Teens Fight to Stop the Violence

Enough is enough. That's what hundreds of Cincinnati teens said Saturday at an event aimed to stop territorial violence. They're tired of the violence and are ready to take action.  Just last week, a gunman opened fire in Bond Hill killing 16-year-old Eugene Lampkin the latest victim of a turf war.

Youth Summit Co-Chair Canace Tubbs says, "Our communities were falling apart. Our brothers and sisters were out there on the street dying before they reached their full potential."  So Tubbs helped create the Youth Summit truce designed to get kids from several city neighborhoods together to stop the violence, including Lampkin's brother Khristopher Artis.  "For all the people in the hoods, E-town, Bond Hill, Evanston to hear the message, 'guns is bad," says Artis.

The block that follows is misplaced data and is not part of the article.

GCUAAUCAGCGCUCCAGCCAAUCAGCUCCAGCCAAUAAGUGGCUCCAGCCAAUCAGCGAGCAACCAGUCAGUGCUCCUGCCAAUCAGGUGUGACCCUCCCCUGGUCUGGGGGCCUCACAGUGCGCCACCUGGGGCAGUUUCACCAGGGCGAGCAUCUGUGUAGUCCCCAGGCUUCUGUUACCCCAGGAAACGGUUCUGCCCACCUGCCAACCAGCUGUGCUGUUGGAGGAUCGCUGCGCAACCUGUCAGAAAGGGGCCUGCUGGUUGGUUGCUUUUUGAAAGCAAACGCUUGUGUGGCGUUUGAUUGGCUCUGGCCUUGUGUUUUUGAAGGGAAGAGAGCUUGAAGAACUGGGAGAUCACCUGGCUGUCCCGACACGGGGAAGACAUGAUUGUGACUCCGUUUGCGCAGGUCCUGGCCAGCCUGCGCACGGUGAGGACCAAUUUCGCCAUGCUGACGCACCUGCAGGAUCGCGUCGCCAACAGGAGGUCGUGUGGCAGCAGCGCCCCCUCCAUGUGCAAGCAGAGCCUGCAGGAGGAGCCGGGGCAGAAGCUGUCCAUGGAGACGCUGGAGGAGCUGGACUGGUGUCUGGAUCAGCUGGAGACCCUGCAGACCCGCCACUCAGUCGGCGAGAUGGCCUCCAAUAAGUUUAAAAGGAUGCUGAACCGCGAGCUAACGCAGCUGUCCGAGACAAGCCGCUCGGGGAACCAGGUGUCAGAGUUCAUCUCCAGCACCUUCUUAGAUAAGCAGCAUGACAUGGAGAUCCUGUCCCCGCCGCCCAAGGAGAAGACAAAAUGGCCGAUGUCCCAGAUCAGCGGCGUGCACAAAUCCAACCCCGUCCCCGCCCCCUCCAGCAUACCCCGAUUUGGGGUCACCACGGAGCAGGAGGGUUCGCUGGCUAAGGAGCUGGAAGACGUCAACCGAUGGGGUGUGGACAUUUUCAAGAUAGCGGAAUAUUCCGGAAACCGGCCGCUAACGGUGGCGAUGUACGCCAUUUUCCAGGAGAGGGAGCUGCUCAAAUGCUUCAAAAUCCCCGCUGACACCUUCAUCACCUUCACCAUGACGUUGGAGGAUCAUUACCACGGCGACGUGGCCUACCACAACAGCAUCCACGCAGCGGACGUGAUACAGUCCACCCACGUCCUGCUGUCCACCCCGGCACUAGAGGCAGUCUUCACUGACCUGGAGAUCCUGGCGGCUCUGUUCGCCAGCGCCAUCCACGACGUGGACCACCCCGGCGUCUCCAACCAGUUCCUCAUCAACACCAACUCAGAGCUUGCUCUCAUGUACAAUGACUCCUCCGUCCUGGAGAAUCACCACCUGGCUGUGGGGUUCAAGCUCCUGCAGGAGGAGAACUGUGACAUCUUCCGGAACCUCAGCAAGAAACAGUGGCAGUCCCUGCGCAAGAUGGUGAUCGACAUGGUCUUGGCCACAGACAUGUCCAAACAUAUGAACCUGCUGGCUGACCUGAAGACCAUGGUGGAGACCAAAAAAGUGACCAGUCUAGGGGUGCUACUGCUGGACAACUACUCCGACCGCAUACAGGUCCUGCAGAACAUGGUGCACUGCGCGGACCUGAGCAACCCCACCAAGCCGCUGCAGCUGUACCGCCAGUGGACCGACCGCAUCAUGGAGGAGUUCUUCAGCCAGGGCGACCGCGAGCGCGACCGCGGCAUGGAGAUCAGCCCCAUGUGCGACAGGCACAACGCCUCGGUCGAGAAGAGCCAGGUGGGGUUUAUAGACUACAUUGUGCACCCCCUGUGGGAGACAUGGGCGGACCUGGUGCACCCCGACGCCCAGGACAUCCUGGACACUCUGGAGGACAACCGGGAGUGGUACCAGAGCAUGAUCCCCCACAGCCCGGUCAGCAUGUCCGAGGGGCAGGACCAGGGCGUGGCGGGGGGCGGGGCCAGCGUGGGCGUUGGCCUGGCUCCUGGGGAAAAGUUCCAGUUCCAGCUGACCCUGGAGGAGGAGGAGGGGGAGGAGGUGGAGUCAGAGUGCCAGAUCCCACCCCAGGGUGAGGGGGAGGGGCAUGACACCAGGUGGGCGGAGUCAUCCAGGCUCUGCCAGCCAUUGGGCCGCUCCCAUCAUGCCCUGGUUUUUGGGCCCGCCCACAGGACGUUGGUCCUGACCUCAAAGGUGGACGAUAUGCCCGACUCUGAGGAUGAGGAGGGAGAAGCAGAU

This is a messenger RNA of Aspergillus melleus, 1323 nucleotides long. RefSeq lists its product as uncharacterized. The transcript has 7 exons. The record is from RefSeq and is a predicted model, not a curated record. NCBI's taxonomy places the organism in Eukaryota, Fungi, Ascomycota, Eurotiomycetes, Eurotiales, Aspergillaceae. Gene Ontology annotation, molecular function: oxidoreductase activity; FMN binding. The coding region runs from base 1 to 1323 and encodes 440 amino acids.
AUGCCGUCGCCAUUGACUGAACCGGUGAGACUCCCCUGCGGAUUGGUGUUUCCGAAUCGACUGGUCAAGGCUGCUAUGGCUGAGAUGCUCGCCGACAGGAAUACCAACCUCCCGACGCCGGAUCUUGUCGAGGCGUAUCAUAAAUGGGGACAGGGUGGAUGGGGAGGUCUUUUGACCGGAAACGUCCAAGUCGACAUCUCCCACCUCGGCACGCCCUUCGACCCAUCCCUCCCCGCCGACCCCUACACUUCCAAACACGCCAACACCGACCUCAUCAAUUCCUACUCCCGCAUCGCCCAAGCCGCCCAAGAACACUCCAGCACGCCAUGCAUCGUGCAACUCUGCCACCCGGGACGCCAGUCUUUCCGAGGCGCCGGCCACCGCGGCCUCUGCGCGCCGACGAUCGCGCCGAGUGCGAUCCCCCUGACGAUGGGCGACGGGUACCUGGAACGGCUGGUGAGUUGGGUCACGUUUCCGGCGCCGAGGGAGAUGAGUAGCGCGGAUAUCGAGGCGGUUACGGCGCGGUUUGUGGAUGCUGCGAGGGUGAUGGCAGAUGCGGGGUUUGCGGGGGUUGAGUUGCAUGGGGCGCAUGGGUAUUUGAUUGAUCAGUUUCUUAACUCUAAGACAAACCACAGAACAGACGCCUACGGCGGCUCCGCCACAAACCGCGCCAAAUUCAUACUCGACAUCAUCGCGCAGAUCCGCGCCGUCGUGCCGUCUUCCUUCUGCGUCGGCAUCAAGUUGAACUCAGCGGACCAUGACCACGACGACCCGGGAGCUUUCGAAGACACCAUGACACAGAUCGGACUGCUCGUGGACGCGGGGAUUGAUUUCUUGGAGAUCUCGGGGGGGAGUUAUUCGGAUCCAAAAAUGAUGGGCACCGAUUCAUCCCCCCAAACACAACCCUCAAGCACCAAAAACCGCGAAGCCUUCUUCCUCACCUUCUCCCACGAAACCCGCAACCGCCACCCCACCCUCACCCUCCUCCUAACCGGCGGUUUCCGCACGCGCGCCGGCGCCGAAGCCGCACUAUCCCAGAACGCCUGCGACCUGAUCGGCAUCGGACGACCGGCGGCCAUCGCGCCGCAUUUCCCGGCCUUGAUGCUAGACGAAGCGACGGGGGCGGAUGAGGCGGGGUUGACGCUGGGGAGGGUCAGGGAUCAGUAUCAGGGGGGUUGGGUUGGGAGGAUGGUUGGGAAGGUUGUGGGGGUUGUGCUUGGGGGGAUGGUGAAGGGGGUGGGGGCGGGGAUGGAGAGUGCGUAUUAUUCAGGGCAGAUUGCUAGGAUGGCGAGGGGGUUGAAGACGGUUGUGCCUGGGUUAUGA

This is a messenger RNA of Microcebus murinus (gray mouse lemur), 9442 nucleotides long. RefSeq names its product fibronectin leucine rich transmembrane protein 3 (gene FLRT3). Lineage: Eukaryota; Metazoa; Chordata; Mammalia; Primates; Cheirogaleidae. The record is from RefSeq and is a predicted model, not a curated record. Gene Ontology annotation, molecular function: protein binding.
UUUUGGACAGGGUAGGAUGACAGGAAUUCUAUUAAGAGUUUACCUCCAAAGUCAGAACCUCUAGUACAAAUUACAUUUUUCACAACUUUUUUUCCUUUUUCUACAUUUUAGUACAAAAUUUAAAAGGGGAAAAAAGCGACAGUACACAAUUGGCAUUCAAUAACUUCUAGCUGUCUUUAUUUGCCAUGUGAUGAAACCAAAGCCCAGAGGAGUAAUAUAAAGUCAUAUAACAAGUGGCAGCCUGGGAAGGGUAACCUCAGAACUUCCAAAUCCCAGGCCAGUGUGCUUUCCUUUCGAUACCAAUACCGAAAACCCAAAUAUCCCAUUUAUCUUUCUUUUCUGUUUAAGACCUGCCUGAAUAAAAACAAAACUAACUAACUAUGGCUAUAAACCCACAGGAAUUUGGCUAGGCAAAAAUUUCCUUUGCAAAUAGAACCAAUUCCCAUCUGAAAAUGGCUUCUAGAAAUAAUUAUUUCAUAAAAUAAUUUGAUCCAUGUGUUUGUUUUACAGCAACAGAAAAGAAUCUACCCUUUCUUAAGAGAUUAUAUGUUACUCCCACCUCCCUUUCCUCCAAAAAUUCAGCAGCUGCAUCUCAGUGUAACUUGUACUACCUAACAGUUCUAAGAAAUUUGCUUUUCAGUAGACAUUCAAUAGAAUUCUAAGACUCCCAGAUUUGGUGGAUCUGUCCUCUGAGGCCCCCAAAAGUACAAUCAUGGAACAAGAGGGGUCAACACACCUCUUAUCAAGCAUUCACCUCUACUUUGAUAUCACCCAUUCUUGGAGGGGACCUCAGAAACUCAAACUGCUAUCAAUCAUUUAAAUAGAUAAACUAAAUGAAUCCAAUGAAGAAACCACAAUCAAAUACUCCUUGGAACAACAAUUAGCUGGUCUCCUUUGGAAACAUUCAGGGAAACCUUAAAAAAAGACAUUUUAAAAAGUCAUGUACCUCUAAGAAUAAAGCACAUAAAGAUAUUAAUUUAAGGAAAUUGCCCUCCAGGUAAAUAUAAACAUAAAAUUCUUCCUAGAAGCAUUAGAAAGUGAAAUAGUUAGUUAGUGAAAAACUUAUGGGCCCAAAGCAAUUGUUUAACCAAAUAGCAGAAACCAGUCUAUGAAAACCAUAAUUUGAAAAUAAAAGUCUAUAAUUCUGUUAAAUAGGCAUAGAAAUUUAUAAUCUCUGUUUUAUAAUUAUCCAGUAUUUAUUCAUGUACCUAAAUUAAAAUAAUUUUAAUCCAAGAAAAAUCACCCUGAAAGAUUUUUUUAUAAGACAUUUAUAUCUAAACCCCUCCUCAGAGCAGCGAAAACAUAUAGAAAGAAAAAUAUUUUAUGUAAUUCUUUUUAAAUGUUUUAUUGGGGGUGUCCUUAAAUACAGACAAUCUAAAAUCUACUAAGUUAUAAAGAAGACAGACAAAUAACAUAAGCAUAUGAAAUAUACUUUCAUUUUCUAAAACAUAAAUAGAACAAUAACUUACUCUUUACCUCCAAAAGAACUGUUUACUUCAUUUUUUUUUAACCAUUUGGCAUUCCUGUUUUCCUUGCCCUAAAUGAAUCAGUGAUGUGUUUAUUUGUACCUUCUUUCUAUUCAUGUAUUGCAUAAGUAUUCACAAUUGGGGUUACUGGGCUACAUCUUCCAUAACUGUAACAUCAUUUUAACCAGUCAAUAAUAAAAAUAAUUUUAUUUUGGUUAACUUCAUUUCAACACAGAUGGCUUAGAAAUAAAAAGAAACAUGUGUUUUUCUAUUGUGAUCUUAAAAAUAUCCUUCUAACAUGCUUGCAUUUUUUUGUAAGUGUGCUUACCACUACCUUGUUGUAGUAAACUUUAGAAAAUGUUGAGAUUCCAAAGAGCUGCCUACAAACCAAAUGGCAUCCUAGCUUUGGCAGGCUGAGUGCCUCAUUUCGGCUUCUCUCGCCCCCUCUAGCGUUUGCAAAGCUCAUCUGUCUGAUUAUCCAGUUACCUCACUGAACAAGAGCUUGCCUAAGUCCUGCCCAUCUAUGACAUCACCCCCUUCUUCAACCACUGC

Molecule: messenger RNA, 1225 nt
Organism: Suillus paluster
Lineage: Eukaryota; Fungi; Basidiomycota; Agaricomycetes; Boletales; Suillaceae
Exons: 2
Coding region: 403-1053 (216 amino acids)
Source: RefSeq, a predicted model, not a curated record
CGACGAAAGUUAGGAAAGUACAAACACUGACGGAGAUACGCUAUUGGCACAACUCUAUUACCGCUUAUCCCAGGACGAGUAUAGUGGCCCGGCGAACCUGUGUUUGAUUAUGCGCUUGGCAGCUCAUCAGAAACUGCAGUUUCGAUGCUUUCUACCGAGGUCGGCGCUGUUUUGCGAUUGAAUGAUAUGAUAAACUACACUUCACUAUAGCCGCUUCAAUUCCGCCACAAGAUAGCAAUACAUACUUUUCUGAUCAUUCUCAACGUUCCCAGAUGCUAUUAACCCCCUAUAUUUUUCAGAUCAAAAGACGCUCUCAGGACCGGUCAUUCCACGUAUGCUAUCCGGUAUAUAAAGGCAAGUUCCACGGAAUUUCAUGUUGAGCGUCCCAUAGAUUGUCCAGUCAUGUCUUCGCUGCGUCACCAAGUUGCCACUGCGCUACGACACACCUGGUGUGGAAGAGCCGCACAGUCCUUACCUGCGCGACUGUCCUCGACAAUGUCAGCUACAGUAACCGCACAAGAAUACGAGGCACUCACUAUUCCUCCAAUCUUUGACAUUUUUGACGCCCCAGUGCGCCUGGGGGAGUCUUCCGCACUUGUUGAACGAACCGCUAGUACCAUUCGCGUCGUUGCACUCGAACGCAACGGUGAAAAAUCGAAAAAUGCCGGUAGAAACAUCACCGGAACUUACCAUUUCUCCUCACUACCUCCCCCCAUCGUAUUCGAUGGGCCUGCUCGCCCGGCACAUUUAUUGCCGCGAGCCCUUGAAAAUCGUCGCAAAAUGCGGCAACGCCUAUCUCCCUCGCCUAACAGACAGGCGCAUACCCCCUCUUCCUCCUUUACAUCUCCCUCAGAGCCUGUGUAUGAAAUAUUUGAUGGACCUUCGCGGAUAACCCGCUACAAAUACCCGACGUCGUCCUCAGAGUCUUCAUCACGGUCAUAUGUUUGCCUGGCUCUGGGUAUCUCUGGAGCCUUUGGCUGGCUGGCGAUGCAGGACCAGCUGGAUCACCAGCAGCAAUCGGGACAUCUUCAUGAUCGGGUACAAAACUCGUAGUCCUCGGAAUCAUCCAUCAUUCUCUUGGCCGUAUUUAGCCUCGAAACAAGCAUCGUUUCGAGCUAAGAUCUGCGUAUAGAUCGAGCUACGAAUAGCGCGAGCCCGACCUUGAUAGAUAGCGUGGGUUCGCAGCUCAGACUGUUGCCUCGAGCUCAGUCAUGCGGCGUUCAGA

Kids of all ages gathered for entertainment and to learn how to deal with conflict without the violence Saturday afternoon.  Co-chair Charles Wiley says, "by bringing the youth together, we believe, you see how they embrace each other. This is something they would not have done."

Evanston teen Chris Woolfork agrees, "With all the hoods here, we came here and we showed there's no more beef. We're tired of the violence so we're going to fight for it."

That is the message people like Sandra Howard, who lost her son Julani last year, want the kids to remember, "when you're out there with this violence, there's nothing out there that's worth doing this for. There's no reason to do this."